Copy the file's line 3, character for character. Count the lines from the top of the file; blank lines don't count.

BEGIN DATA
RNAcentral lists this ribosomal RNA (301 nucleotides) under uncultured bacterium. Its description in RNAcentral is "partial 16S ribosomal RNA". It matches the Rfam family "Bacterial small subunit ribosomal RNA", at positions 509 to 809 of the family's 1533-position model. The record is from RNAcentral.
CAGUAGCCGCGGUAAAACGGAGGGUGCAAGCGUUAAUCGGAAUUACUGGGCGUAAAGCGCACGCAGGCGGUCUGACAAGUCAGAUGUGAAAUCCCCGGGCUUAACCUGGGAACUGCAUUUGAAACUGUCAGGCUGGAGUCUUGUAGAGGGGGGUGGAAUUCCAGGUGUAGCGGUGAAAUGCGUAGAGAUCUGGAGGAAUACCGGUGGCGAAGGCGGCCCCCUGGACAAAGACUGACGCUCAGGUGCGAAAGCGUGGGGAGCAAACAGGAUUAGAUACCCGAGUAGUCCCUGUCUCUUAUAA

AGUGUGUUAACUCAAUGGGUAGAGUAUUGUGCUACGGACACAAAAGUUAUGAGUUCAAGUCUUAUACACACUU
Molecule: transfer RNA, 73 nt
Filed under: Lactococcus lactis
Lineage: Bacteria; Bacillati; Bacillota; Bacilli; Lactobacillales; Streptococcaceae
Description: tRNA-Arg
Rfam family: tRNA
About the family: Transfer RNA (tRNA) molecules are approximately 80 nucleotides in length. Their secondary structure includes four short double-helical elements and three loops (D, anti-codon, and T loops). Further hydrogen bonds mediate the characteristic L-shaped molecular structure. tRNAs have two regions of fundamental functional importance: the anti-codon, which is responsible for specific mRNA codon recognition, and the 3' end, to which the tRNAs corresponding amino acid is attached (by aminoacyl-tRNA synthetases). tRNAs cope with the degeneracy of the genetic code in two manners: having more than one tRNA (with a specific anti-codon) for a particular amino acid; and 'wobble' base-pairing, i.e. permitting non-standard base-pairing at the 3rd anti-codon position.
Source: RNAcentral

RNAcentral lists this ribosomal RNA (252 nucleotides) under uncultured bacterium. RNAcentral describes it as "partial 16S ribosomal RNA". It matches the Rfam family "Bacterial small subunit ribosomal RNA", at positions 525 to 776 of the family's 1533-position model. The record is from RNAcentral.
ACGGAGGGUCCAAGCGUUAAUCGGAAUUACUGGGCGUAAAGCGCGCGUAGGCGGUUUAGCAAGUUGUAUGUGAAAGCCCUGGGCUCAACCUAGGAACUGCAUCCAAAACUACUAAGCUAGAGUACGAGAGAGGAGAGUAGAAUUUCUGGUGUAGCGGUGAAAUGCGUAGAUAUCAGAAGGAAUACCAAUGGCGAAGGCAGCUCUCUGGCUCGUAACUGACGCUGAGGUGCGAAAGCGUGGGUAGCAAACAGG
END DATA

AGUGUGUUAACUCAAUGGGUAGAGUAUUGUGCUACGGACACAAAAGUUAUGAGUUCAAGUCUUAUACACACUU